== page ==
The 2018 Farm Bill legalized the interstate commerce of cannabis and hemp extract, CBD, with 0.3% or less of the hallucinogenic component, THC. While CBD has boomed in cosmetics and personal care products since the signing of the bill, CBD is still not approved in food and beverage as a dietary supplement because the FDA has not yet deemed the ingredient GRAS (generally recognized as safe). The hemp and CBD industries are waiting for a regulatory framework from the FDA.
In the likely case that the FDA allows CBD to be sold as a dietary supplement in the near future, the hemp-derived CBD market is predicted to grow to $16.8 billion by 2025 even with the economic effects of the COVID-19 pandemic, according to the Brightfield Group. How soon will the FDA pass regulations around CBD in the food and beverage space? We have up-to-date answers on the latest predictions and general status of CBD.
- On January 31, 2020, the Chairman of the House Committee on Agriculture, Rep. Collin Peterson (Minnesota) introduced H.R. 5587, in an effort to speed up the FDA’s safety evaluation of CBD. The bill would allow CBD to be permitted in dietary supplements, amending the Food, Drug, and Cosmetic Act to include CBD; however, Congress is unlikely to pass the bill in 2020.
- On March 5, 2020, the FDA released a detailed report on the agency’s evaluation of potential regulations for CBD products. The agency reiterated its prior statements that CBD cannot be marketed as a dietary supplement or used as an ingredient in foods and beverages.
- On July 8, 2020, the FDA submitted a report to the U.S. Congress providing results from a sampling study that focused on assessing the level of adulteration and mislabeling in the CBD marketplace. The FDA plans to start a long-term study of CBD products with sampling and testing conducted by a third party.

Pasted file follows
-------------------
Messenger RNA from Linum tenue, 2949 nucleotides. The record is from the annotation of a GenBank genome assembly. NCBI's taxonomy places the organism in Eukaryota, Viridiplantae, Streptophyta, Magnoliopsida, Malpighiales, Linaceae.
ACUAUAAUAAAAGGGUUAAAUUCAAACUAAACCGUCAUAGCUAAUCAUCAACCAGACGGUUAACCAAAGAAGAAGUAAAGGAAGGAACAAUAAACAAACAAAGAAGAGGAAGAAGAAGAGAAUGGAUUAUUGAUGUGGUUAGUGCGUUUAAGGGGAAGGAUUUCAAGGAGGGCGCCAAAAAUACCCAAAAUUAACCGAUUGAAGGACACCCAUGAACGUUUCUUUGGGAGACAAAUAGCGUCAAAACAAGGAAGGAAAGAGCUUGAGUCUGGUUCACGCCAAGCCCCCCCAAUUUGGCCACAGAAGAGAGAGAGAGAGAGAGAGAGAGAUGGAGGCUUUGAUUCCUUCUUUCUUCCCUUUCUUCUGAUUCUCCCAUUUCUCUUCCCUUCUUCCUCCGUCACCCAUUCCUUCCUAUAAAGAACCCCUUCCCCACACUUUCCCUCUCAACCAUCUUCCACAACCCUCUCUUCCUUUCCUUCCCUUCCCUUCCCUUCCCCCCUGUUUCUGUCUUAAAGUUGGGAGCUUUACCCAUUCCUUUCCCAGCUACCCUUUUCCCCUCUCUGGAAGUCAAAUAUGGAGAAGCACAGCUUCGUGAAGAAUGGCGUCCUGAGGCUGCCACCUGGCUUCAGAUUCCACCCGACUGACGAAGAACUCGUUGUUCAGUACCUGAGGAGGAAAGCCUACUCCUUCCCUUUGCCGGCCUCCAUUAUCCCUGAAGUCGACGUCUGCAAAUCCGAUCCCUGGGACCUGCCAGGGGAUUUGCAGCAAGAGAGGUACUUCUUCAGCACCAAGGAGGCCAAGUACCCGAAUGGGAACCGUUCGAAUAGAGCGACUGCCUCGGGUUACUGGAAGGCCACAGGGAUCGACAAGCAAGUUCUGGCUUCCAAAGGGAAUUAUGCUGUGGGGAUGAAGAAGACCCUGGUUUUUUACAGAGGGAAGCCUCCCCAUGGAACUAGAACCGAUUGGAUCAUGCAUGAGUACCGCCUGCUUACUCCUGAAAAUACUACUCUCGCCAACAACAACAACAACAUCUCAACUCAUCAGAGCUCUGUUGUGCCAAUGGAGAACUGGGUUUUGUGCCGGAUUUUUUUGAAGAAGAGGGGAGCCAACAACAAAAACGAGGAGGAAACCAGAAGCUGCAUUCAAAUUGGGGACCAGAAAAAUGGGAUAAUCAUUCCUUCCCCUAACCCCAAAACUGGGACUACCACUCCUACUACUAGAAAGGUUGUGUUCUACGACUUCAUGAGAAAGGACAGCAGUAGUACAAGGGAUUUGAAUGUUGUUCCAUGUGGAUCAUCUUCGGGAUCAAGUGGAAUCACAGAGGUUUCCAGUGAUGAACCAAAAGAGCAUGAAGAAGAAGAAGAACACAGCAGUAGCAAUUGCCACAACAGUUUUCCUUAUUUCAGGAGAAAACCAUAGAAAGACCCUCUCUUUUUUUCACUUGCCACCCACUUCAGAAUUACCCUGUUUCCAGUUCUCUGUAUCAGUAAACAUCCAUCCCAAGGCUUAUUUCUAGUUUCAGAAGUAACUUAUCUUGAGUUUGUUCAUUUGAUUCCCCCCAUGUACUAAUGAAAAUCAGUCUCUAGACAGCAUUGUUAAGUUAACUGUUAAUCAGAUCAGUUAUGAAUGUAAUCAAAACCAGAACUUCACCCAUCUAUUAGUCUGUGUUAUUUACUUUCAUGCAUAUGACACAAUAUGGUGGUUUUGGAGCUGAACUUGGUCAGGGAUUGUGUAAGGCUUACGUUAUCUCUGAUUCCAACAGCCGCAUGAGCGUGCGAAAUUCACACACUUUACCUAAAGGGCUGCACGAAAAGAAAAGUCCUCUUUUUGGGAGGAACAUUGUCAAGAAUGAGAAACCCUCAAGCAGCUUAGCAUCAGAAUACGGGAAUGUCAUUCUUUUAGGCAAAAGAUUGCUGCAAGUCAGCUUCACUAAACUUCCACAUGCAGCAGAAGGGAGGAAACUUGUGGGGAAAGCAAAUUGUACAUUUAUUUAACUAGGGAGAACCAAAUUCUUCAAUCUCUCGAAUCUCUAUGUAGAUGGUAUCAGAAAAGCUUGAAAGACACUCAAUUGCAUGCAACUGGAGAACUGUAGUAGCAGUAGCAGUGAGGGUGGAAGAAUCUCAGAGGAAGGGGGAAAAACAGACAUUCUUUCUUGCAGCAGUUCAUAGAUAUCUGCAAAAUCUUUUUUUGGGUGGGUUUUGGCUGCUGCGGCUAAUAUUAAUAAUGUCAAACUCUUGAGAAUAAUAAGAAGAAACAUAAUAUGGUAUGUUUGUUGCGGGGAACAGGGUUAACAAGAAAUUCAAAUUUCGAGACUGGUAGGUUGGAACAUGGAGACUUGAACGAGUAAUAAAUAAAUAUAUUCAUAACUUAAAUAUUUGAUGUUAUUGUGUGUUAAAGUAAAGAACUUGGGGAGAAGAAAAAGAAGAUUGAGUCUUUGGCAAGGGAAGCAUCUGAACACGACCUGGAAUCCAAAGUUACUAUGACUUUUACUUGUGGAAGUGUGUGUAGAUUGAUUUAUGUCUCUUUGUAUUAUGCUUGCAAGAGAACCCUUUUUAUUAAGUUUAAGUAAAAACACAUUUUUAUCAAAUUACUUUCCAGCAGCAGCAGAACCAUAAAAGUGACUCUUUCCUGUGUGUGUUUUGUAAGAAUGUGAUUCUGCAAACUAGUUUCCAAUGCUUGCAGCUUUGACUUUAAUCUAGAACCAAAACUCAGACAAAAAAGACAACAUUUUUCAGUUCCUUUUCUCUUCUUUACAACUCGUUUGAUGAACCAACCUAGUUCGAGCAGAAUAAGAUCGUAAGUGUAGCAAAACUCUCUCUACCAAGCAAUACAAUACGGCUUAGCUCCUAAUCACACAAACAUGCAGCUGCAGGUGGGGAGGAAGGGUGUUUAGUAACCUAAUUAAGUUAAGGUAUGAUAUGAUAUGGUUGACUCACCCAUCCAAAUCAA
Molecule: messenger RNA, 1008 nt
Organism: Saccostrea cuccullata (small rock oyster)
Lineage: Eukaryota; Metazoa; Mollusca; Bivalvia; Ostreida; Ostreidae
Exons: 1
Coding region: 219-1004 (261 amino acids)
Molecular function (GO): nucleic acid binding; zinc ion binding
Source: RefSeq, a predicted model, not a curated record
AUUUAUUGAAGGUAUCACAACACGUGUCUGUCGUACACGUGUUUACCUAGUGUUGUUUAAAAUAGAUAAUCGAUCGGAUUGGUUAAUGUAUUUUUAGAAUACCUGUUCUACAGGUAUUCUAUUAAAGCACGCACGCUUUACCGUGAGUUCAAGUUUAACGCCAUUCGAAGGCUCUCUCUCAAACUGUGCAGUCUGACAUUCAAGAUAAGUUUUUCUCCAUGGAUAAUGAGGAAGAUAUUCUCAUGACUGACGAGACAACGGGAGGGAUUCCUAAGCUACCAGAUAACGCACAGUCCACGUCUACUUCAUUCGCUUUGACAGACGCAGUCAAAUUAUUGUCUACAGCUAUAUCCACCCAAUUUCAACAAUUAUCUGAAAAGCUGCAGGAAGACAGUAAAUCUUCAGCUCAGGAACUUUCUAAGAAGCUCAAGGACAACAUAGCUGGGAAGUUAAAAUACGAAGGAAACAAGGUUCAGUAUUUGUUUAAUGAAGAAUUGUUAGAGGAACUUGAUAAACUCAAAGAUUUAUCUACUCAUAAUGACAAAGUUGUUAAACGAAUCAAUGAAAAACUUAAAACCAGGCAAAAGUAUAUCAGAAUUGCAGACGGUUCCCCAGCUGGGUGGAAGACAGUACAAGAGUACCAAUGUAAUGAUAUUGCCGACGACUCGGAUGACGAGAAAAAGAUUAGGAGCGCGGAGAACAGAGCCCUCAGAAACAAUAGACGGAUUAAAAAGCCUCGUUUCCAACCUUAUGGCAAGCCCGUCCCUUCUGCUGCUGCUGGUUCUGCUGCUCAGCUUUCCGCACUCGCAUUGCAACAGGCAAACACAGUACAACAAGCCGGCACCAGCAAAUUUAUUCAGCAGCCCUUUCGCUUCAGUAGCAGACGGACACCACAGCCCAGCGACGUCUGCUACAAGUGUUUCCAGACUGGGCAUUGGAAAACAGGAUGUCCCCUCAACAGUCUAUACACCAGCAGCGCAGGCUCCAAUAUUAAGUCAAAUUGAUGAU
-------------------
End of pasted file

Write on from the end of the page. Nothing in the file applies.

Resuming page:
In these uncertain regulatory waters, different companies are wading into the market with various CBD products. While large retail chains such as Walmart and Target are unlikely to stalk CBD food and beverage products until regulations arrive, The Vitamin Shoppe took a risk and now carries CBD in approximately 572 locations across the U.S., carefully navigating legal uncertainty and various regulations in each state.
Attorney David Kastin, one of the lawyers who helped The Vitamin Shoppe bring CBD in dietary supplements to their shelves, recommends that other manufacturers formulating with CBD follow GMP – Good Manufacturing Processes. “CBD is not really a dietary supplement to the FDA. But follow everything you can at the manufacturing level,” he said in an interview with Hemp Industry Daily.
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